NEW YORK - By the time Mary Keitany was pacing her way up Manhattan’s First Avenue, she had no reason to look back for challengers. The Kenyan’s lead was growing over the strong women’s field with every stride, and all she thought about was the finish line.
Lelisa Desisa of Ethiopia didn’t break out into a big grin until he pulled away from two opponents late in the race.
In perfect crisp autumn weather for distance runners, Keitany and Desisa won the New York City Marathon on Sunday in near record times.
Keitany, 36, became the second woman to win the marathon four times. She ran the race in 2 hours, 22 minutes, 48 seconds, the second fastest time for the course in history. Margaret Okayo of Kenya set the record of 2:22:31 in 2003.
“I can say the course record was not in my mind,” Keitany said. “For me, winning was the most important.”
Desisa, 28, held off countryman Shura Kitata by 1.99 seconds for his first win in New York, joining victories at the Boston Marathon in 2013 and 2015. He finished second in New York in 2014 and third in 2015 and 2017.
“This is my dream,” Desisa said. “To be a champion.”
Desisa finished in 2 hours, 5 minutes, 59 seconds, the second fastest time for the course. Geoffrey Mutai of Kenya set the record of 2:05:05 in 2011. Last year’s winner, Geoffrey Kamworor of Kenya, finished third.
“I’m pretty happy to finish on the podium,” Kamworor said. “I came out the best that I could in the race. I tried my best, and I’m happy to be third.”
Keitany won in 2014, 2015 and 2016 before coming in second last year to Shalane Flanagan, the first American woman in 40 years to win the New York City Marathon. She joined Grete Waitz, the Norwegian who won the marathon nine times between 1978-1988, as the only women to win the marathon four times.
She and Ethiopians Rahma Tusa and Gudeta turned their race to a three-woman field at the 15-mile mark. Keitany pulled away from Tusa and Gudeta at the 19-mile mark, leading Tusa by 26.58 seconds and Gudeta by 43.98 seconds. She extended her lead over Tusa to 1:27.83 at the 21-mile mark.
From that point, the question was not whether Keitany would win. Rather, it was by how much.
She beat countrywoman Vivian Cheruiyot by 3 minutes, 13 seconds.
Flanagan finished third.
“You have to find motivation, things to focus on,” Flanagan said. “When I finally got to third place, I got another level of excitement because I was fighting.”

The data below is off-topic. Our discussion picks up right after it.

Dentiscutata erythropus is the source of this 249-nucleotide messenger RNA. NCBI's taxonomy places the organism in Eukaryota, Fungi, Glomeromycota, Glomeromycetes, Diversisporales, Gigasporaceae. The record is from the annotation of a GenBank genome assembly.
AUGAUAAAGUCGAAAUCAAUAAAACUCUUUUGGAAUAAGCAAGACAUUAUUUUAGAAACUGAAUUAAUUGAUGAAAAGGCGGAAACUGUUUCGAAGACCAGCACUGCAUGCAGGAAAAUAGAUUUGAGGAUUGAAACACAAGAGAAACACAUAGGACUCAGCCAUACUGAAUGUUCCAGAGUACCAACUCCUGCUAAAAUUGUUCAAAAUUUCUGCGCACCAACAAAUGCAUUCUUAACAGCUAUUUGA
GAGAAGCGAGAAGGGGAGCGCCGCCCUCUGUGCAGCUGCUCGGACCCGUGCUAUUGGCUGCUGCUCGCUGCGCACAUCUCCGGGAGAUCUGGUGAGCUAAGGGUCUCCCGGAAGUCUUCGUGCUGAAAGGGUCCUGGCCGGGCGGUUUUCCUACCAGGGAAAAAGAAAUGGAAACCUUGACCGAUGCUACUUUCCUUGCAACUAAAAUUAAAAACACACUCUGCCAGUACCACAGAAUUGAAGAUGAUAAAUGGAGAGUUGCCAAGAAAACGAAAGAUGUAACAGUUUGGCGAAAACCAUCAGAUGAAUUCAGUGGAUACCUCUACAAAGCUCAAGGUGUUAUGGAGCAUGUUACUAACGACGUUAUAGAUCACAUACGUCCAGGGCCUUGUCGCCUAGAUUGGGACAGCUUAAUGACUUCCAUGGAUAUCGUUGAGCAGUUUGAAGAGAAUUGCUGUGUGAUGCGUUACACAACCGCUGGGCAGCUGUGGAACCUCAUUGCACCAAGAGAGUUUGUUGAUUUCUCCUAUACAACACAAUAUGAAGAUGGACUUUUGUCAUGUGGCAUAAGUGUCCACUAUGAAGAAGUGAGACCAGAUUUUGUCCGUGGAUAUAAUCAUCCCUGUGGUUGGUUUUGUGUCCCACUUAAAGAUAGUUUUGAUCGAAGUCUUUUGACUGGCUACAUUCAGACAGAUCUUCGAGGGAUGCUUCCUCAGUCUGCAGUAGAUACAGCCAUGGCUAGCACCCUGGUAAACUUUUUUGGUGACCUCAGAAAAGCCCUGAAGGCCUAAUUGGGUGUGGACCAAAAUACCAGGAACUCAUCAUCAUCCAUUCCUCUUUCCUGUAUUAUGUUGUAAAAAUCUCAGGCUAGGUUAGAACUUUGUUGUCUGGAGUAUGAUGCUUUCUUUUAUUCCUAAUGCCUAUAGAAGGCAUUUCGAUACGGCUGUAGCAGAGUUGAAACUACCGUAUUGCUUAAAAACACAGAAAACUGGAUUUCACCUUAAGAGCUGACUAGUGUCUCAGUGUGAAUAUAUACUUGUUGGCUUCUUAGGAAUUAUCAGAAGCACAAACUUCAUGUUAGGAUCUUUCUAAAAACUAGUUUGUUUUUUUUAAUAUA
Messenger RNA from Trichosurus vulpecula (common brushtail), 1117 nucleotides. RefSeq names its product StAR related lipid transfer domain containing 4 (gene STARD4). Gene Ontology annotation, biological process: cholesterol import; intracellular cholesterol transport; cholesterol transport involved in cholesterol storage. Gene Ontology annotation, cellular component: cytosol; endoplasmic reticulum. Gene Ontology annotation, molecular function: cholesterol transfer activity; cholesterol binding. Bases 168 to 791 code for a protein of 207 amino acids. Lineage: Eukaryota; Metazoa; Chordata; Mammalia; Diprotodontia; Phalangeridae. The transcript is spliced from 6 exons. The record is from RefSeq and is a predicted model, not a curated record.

The United States had four women finish in the top 10: Molly Huddle was fourth, Desiree Linden was sixth and Allie Kieffer was seventh.
Four American men also finished in the top 10: Jared Ward was sixth, Scott Fauble was seventh, Shadrack Biwott was ninth and Chris Derrick was tenth.
Daniel Romanchuk became the first American to win the men’s wheelchair division, with a time of 1:36:21. Romanchuk finished 01.15 seconds ahead of Switzerland’s Marcel Hug. David Weir of Britain, American Aaron Pike and Australian Kurt Fernley rounded out the top five.
“I need air and I’m in pain,” said Romanchuk, a 20-year old from Champaign, Illinois, who won the Chicago Marathon last month. “It’s wonderful to be able to win my two Abbott major marathons on American soil. It’s an amazing experience.”
Manuela Schar of Switzerland repeated as winner of the women’s wheelchair division. Schar, who also won the Berlin and Chicago marathons, finished with a time of 1:50:27. American Tatyana McFadden finished second with a time of 1:50:48. Lihong Zou of China came in third. Eliza Ault-Connell of Australia and Margriet Van Den Broek of the Netherlands finished fourth and fifth.
“New York is always a really tough one for me because of the course,” Schar said. “I’m not really a good climber so I always have to work really hard in the flat part. Yeah (I) tried to make that ground that I lose in the hills. I’m always a bit more nervous before New York than before the other races.”
Retired NFL running back Tiki Barber finished the race in 4:44:47. He has run the marathon every year since 2014, with his best time being 4:28:26 in 2016. Actress Teri Hatcher recorded a time of 5:51:21 in her second marathon. In 2014, she compiled a time of 5:06:42.